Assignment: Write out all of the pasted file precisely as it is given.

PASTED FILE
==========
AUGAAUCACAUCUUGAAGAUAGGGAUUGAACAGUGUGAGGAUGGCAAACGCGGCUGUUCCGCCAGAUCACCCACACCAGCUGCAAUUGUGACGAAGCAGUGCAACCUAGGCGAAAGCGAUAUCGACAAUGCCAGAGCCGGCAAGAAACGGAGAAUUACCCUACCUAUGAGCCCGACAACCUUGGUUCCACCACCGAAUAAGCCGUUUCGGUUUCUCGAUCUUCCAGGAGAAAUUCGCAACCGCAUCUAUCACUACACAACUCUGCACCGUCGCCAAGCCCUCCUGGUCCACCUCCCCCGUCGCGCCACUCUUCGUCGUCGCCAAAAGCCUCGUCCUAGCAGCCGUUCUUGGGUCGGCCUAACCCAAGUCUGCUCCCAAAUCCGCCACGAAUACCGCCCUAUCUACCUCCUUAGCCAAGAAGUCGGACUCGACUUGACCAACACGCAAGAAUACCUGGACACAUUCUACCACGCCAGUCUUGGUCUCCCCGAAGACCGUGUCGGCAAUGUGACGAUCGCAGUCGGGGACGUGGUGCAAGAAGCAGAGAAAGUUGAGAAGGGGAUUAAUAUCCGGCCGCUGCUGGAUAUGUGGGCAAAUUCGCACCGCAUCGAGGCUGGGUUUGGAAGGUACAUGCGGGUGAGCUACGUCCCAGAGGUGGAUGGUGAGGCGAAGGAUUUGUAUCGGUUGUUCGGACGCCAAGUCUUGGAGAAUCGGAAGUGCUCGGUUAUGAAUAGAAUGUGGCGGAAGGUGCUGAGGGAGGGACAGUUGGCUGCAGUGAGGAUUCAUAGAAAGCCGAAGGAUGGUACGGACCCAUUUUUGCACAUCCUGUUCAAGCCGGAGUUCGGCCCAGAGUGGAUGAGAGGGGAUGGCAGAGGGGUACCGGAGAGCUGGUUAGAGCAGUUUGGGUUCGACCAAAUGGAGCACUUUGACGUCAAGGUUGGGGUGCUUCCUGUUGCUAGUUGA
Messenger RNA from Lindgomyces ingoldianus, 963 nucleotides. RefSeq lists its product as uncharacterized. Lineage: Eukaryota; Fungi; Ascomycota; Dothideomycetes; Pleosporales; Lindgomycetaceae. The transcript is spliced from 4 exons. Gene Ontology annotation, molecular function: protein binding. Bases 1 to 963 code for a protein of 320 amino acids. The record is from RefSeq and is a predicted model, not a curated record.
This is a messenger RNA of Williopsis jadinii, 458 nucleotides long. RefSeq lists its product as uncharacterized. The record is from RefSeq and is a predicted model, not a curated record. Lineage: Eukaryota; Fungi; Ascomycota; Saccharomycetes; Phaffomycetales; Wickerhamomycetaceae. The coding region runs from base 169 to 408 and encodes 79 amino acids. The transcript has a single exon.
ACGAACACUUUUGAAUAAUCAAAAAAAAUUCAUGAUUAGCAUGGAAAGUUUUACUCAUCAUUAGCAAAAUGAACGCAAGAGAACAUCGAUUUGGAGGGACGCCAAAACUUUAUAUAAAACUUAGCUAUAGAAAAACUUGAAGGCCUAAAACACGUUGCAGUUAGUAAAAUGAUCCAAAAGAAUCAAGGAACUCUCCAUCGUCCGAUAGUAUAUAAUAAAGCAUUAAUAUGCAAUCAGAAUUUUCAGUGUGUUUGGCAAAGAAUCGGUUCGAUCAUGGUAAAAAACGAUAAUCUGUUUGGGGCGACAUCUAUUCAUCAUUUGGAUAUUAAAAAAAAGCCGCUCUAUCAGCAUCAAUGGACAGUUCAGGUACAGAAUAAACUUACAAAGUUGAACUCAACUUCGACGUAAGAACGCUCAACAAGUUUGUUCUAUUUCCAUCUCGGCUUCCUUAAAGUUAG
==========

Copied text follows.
AUGAAUCACAUCUUGAAGAUAGGGAUUGAACAGUGUGAGGAUGGCAAACGCGGCUGUUCCGCCAGAUCACCCACACCAGCUGCAAUUGUGACGAAGCAGUGCAACCUAGGCGAAAGCGAUAUCGACAAUGCCAGAGCCGGCAAGAAACGGAGAAUUACCCUACCUAUGAGCCCGACAACCUUGGUUCCACCACCGAAUAAGCCGUUUCGGUUUCUCGAUCUUCCAGGAGAAAUUCGCAACCGCAUCUAUCACUACACAACUCUGCACCGUCGCCAAGCCCUCCUGGUCCACCUCCCCCGUCGCGCCACUCUUCGUCGUCGCCAAAAGCCUCGUCCUAGCAGCCGUUCUUGGGUCGGCCUAACCCAAGUCUGCUCCCAAAUCCGCCACGAAUACCGCCCUAUCUACCUCCUUAGCCAAGAAGUCGGACUCGACUUGACCAACACGCAAGAAUACCUGGACACAUUCUACCACGCCAGUCUUGGUCUCCCCGAAGACCGUGUCGGCAAUGUGACGAUCGCAGUCGGGGACGUGGUGCAAGAAGCAGAGAAAGUUGAGAAGGGGAUUAAUAUCCGGCCGCUGCUGGAUAUGUGGGCAAAUUCGCACCGCAUCGAGGCUGGGUUUGGAAGGUACAUGCGGGUGAGCUACGUCCCAGAGGUGGAUGGUGAGGCGAAGGAUUUGUAUCGGUUGUUCGGACGCCAAGUCUUGGAGAAUCGGAAGUGCUCGGUUAUGAAUAGAAUGUGGCGGAAGGUGCUGAGGGAGGGACAGUUGGCUGCAGUGAGGAUUCAUAGAAAGCCGAAGGAUGGUACGGACCCAUUUUUGCACAUCCUGUUCAAGCCGGAGUUCGGCCCAGAGUGGAUGAGAGGGGAUGGCAGAGGGGUACCGGAGAGCUGGUUAGAGCAGUUUGGGUUCGACCAAAUGGAGCACUUUGACGUCAAGGUUGGGGUGCUUCCUGUUGCUAGUUGA
Messenger RNA from Lindgomyces ingoldianus, 963 nucleotides. RefSeq lists its product as uncharacterized. Lineage: Eukaryota; Fungi; Ascomycota; Dothideomycetes; Pleosporales; Lindgomycetaceae. The transcript is spliced from 4 exons. Gene Ontology annotation, molecular function: protein binding. Bases 1 to 963 code for a protein of 320 amino acids. The record is from RefSeq and is a predicted model, not a curated record.
This is a messenger RNA of Williopsis jadinii, 458 nucleotides long. RefSeq lists its product as uncharacterized. The record is from RefSeq and is a predicted model, not a curated record. Lineage: Eukaryota; Fungi; Ascomycota; Saccharomycetes; Phaffomycetales; Wickerhamomycetaceae. The coding region runs from base 169 to 408 and encodes 79 amino acids. The transcript has a single exon.
ACGAACACUUUUGAAUAAUCAAAAAAAAUUCAUGAUUAGCAUGGAAAGUUUUACUCAUCAUUAGCAAAAUGAACGCAAGAGAACAUCGAUUUGGAGGGACGCCAAAACUUUAUAUAAAACUUAGCUAUAGAAAAACUUGAAGGCCUAAAACACGUUGCAGUUAGUAAAAUGAUCCAAAAGAAUCAAGGAACUCUCCAUCGUCCGAUAGUAUAUAAUAAAGCAUUAAUAUGCAAUCAGAAUUUUCAGUGUGUUUGGCAAAGAAUCGGUUCGAUCAUGGUAAAAAACGAUAAUCUGUUUGGGGCGACAUCUAUUCAUCAUUUGGAUAUUAAAAAAAAGCCGCUCUAUCAGCAUCAAUGGACAGUUCAGGUACAGAAUAAACUUACAAAGUUGAACUCAACUUCGACGUAAGAACGCUCAACAAGUUUGUUCUAUUUCCAUCUCGGCUUCCUUAAAGUUAG